Rawlings: ‘The valiant never taste of death but once’

Jerry Rawlings 12021221ew Former President, Jerry John Rawlings

Sat, 14 Nov 2020 Source: Kwaku Badu

“Of all the wonders that I yet have heard, it seems to me most strange that men should fear, seeing that death, a necessary end, will come when it will come (Julius Caesar).”

‘And as it is appointed unto men once to die, but after this the judgment’(Hebrews 9:27).

‘For the wages of sin is death, but the free gift of God is eternal life in Christ Jesus our Lord’ (Romans 6:23).

We (Ghanaians), in one way, or another, have fond memories of the unwearied late President Jerry John Rawlings.

Of course, the late president had many unrepentant critics, and I, in particular, as a matter of principle, have been an impenitent critic of the late President Rawlings.

That being said, I could not have been the Lucifer in his flesh, far from it. The point of departure, though, has always been the political ideology.

But in spite of our divergent views on political ideology, I cannot deny or ignore the fact that the late former President contributed his bit towards nation-building and left a legacy.

If for nothing at all, it was during his PNDC regime that the all-important 1985 Intestate Succession Law (PNDCL 111) was promulgated.

It is, however, worth mentioning that before the enactment of the Intestate Law, it was most unfortunate that there were no meaningful laid down inheritance laws to ensure that the children or the loved ones have a fair share in the intestate parent’s property.

In a nutshell, the deceased’s love ones were not considered as protected characteristics by the extended families and the state in general.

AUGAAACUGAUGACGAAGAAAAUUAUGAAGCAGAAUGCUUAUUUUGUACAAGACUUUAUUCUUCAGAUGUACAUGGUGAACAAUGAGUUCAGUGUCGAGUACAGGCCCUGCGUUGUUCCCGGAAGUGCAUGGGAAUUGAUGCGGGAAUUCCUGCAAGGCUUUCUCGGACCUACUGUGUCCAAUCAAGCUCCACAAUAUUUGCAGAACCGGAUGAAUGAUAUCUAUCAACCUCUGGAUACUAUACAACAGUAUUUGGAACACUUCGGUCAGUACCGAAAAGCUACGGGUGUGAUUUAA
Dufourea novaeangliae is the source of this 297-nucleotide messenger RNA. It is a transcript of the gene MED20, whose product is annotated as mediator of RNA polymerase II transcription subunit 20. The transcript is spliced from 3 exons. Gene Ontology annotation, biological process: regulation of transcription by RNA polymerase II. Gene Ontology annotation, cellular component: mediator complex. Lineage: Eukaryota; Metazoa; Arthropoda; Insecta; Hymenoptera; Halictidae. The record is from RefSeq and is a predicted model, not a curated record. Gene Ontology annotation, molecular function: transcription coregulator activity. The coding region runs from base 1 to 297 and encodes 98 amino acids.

It was, without mincing words, a crude idea to deprive the loved ones of their entitlement, But then again, the state chose to look on unconcerned while the deceased’s immediate family continued to receive a raw deal through the strikingly odd and the unfair customary property law.

Unfortunately, back then, the seemingly weird and dowdy matrilineal inheritance laws of the Asante tribe for instance, to some great extent, handed more inheritance rights to men than women.

It was for that reason that the PNDC regime back then graciously intervened in 1985 and enacted the Intestate Succession Law-PNDC Law (111) to remedy the situation.

Take, for instance, before the promulgation of the Intestate Succession Law, the Anlo and Asante tribes in Ghana relied largely on decree and kinship socio-cultural practices to give more inheritance and property rights to men than to women.

Dearest reader, you may agree to disagree with the June 4, 1979, coup d’état, but the fact remains that the socio-economic meltdown during the Supreme Military Council (SMC 1&2) regimes called for drastic measures to ‘clean’ the system.

However, the excesses of the 1979 coup d’état, regrettably, debased the otherwise necessary intervention.

That being said, some of us will remain, inveterate hypocrites, if we refuse to point out that it was unnecessary for the military officers to stretch the whole concept of ‘house cleaning exercise’, and needlessly deposing the democratically elected government of the People’s National Party (PNP) led by Dr. Hilla Limann of blessed memory on 31st December 1981.

Whatever the case, the once indefatigable J. J. Rawlings contributed his bit towards the nation-building and impacted many lives, before departing from the scene.

J.J. may your soul rest in perfect peace.


Columnist: Kwaku Badu
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